“You do it anyway.”

Wait, what?

Do hospitality anyway. You do it in the stress and the mess and the raisins smashed into the carpet. You do it even though you are hollering over three preschoolers telling knock knock jokes with no punchline and talking about poop and pee at the table. You do it when your children throw tantrums and blatantly disobey you in front of your friends and family. You do it because doing life together means not hiding behind closed doors, but inviting people into your actual life.And real life is not pretty. It is not organized, perfect or pristine. Hospitality is not comfortable, clean or controlled.

Three of the four books in the Bible about Jesus’ life and ministry tell a story about his friends trying to keep the kids away from Jesus. I’m sure the children then were not so different from kids today. They had dirt under their fingernails, food on their faces, didn’t know how to use inside voices or walk—not run–inside. They didn’t know they shouldn’t ask people why they are fat or handicapped or black. They probably announced that food was “yucky” and peed on the floor when they forgot to go to the bathroom. They probably fought to hold on to their favorite toys and didn’t like going to sleep in the dark. Those Jewish children probably acted just like my kids.

And yet instead of being embarrassed, Jesus invited those messy, noisy, belligerent children to come to him. He didn’t tell them to clean up or straighten up first. Instead, he reprimanded his well-meaning friends who were eager for a constant atmosphere of contemplation and miracles. “Don’t stop them,” he scolded them. “For the Kingdom of God belongs to people like these.” The Kingdom does not belong to the perfect adults (ha), but the imperfect, loud, obnoxious kids.

Somehow, the Kingdom of God belongs to those with the greatest impropriety. The ones we are embarrassed of are the very ones to whom the kingdom belongs. Instead of working for our children to be seen and not heard, perhaps we should be doing more inviting, listening and learning from them.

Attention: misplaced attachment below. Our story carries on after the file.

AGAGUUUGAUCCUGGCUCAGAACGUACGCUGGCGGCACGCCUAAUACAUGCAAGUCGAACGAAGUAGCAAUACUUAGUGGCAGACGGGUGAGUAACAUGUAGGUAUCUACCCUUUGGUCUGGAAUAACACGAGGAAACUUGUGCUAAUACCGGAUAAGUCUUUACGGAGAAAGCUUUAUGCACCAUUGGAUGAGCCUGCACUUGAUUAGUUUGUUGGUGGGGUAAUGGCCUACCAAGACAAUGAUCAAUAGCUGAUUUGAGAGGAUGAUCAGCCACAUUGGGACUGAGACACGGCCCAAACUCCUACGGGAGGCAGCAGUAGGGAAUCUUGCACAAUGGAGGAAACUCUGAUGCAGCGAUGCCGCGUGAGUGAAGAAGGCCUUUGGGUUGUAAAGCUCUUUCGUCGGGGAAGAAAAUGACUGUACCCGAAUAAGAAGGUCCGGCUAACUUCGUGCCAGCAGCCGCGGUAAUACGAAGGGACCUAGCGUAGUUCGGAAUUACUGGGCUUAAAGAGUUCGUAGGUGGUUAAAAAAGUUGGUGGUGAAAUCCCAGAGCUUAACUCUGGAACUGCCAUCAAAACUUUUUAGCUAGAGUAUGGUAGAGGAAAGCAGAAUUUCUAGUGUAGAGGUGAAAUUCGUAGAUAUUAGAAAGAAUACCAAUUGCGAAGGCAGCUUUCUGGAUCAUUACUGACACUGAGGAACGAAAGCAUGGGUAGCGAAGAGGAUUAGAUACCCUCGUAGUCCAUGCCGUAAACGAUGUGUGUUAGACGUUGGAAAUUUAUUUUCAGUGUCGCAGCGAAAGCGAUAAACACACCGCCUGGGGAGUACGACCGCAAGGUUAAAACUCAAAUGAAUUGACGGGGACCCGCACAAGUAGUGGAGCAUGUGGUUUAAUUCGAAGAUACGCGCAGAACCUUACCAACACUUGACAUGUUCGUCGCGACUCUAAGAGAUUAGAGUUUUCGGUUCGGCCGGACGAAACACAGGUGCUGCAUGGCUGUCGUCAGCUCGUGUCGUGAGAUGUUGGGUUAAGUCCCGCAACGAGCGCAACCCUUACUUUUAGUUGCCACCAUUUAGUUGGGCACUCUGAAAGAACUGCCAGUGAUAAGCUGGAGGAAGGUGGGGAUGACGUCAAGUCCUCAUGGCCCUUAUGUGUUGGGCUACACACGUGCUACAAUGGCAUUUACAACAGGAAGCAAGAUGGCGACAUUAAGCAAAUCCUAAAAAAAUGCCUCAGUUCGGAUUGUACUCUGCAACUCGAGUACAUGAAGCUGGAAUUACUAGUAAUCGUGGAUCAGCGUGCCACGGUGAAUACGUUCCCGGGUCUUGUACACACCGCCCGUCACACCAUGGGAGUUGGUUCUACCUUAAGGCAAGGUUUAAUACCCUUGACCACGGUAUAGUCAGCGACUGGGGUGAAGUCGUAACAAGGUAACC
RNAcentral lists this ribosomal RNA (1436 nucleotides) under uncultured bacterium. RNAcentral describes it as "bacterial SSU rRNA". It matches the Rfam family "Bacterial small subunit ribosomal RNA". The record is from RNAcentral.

I’m not advocating for a child-centered existence, but I am wondering if there is something to Jesus’ command that I’m missing when I expect my children to be anything more or less than what they are–children. Perhaps I need to hang a sign by my table as a reminder: “She is three years old. He is four years old.” Because I forget and expect them to act like adults.

My children are peeling away my masks, forcing me into true, messy relationship without the pretense of perfection. And Jesus says that if I don’t learn to receive the Kingdom of God like one of these kids we apologize for and try to hide, then we will never receive it.

So I’m doing hospitality anyway. In the noise, fuss, mess and chaos. Don’t wipe your feet at the door. Just come on in.

 

How are you doing hospitality anyway?

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This article originally appeared at Scraping Raisins.


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Leslie Verner
Leslie Verner is a goer who is learning how to stay. She traveled all over the world and lived in northwest China five years before God U-turned her life and brought her back to the U.S. to marry an actor and be a mama to three. They now live at the foothills of the Rocky Mountains in Colorado. Leslie writes regularly about faith, justice, family and cross-cultural issues atwww.scrapingraisins.com and elsewhere on the web. Follow her on TwitterFacebook or Instagram.